You can't say that the audience-centered concept used in this book was pioneered by them. After all, in the first paragraph the authors give credit to Aristotle for defining the elements of speechmaking as 'of speaker, subject and person addresed - it is the last one that determines the speaker's end and object.'
The first edition of this book, about 15 years ago, set the tone for what has now become the sixth edition, with each edition improved by audience feedback and new educational concepts. The general concept of keeping the audience at the center of of the speakers mind through all of the steps in the process.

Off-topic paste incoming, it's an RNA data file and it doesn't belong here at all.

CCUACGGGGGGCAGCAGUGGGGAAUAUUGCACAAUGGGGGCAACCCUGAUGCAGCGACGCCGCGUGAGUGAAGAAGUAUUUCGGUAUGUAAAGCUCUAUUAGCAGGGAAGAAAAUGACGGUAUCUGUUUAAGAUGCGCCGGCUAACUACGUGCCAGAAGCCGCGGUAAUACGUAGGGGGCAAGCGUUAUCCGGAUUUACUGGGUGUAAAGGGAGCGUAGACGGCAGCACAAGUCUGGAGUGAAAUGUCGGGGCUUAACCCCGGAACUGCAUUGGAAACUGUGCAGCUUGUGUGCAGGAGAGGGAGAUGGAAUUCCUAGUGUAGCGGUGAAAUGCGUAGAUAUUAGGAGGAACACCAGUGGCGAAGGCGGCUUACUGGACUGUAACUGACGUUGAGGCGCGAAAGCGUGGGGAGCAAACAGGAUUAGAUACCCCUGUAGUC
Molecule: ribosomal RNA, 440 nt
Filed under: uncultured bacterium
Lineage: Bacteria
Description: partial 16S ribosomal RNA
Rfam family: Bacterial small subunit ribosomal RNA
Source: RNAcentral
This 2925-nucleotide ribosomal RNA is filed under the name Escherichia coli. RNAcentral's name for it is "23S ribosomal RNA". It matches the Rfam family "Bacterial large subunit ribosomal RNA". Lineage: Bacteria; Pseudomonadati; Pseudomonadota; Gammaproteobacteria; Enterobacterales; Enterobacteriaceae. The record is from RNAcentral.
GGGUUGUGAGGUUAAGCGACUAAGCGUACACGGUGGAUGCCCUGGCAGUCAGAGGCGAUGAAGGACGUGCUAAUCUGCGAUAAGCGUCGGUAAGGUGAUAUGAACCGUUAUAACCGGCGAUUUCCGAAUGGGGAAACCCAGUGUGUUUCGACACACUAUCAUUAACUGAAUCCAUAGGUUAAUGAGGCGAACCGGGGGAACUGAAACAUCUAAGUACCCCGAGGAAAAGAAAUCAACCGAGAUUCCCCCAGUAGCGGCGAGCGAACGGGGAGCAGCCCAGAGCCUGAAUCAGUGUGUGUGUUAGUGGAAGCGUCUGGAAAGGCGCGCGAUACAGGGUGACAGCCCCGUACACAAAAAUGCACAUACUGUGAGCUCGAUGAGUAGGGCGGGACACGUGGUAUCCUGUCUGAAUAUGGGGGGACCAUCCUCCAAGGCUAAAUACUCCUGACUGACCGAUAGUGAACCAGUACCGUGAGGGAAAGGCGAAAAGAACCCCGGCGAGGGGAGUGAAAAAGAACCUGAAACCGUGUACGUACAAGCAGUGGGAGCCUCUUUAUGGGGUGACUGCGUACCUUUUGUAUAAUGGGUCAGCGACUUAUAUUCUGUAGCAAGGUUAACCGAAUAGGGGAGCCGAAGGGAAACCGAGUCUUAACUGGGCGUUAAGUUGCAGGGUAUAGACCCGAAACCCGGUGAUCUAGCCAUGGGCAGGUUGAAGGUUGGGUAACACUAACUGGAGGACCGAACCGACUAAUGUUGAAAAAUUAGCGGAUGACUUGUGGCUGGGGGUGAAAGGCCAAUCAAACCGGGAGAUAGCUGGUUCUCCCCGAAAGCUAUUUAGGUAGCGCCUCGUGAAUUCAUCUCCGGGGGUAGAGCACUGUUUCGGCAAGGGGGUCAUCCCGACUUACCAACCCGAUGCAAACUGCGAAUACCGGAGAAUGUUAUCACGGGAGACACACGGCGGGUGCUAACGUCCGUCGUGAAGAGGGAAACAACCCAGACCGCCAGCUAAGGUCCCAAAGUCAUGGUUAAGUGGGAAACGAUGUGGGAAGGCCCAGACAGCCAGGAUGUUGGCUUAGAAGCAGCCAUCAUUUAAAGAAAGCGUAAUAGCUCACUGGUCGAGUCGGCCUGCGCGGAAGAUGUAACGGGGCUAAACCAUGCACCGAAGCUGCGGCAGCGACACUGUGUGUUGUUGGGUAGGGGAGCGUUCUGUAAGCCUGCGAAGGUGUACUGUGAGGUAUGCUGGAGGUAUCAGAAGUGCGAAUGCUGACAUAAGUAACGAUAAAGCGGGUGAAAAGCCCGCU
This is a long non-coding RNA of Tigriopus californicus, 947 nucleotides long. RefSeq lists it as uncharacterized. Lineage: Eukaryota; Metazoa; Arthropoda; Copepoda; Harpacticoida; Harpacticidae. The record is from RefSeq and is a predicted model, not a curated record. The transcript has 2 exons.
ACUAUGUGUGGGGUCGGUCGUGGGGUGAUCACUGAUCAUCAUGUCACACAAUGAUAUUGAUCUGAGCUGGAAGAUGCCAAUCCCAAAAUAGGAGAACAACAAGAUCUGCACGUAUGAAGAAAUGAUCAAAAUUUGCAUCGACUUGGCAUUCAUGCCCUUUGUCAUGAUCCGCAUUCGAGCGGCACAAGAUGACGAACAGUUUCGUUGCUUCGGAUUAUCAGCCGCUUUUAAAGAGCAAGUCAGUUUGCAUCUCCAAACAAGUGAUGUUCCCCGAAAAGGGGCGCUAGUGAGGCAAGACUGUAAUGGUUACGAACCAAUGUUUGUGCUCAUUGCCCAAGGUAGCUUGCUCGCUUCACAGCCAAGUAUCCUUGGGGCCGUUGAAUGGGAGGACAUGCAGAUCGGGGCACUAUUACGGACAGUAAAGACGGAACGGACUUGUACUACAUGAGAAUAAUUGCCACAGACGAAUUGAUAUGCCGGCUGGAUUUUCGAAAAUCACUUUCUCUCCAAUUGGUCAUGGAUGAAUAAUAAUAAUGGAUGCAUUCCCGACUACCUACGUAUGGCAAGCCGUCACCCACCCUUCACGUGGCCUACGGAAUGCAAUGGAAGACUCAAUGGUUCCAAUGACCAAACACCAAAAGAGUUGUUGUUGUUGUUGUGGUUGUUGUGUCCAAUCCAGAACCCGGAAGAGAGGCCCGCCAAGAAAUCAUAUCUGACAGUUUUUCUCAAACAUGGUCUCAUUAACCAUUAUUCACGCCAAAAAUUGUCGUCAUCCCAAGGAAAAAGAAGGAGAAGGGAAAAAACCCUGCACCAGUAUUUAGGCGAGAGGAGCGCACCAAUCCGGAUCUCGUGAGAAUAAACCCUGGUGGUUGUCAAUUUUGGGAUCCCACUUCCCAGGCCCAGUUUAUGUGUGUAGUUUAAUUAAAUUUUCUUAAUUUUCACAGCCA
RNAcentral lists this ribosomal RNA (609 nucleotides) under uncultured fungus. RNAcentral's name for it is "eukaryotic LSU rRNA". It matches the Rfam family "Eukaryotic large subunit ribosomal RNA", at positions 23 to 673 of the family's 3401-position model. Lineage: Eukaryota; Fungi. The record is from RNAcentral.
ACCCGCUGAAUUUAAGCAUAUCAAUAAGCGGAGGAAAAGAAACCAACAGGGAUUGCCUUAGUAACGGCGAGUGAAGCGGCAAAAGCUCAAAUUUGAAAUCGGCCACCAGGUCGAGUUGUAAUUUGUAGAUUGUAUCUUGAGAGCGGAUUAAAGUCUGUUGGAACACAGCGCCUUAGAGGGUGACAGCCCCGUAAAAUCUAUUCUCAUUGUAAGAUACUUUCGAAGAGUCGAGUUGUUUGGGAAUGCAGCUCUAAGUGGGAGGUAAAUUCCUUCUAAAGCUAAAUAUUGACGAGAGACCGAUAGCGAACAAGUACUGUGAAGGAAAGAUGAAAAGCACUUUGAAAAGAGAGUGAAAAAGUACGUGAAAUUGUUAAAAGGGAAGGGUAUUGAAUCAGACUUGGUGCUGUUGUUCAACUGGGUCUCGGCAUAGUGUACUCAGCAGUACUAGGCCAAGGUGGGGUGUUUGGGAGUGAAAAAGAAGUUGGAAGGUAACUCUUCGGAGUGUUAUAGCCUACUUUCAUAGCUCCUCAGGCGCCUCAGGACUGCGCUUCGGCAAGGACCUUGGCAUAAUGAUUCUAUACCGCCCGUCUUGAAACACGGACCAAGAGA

Of course, this does not mean that the speaker tells the audience only what they want to hear; to do that would not convey anything to the audience but a good feeling. Some of the example speeches, 'I Have a Dream,' Martin Luther King, Jr., speak to people holding views very opposed to his.
The highly illustrated book is carefully organized with a mixture of text, tables, drawings, comments and questions to maintain the students interest while educating him. Indeed these techniques are some that can be used by the student in his speeches.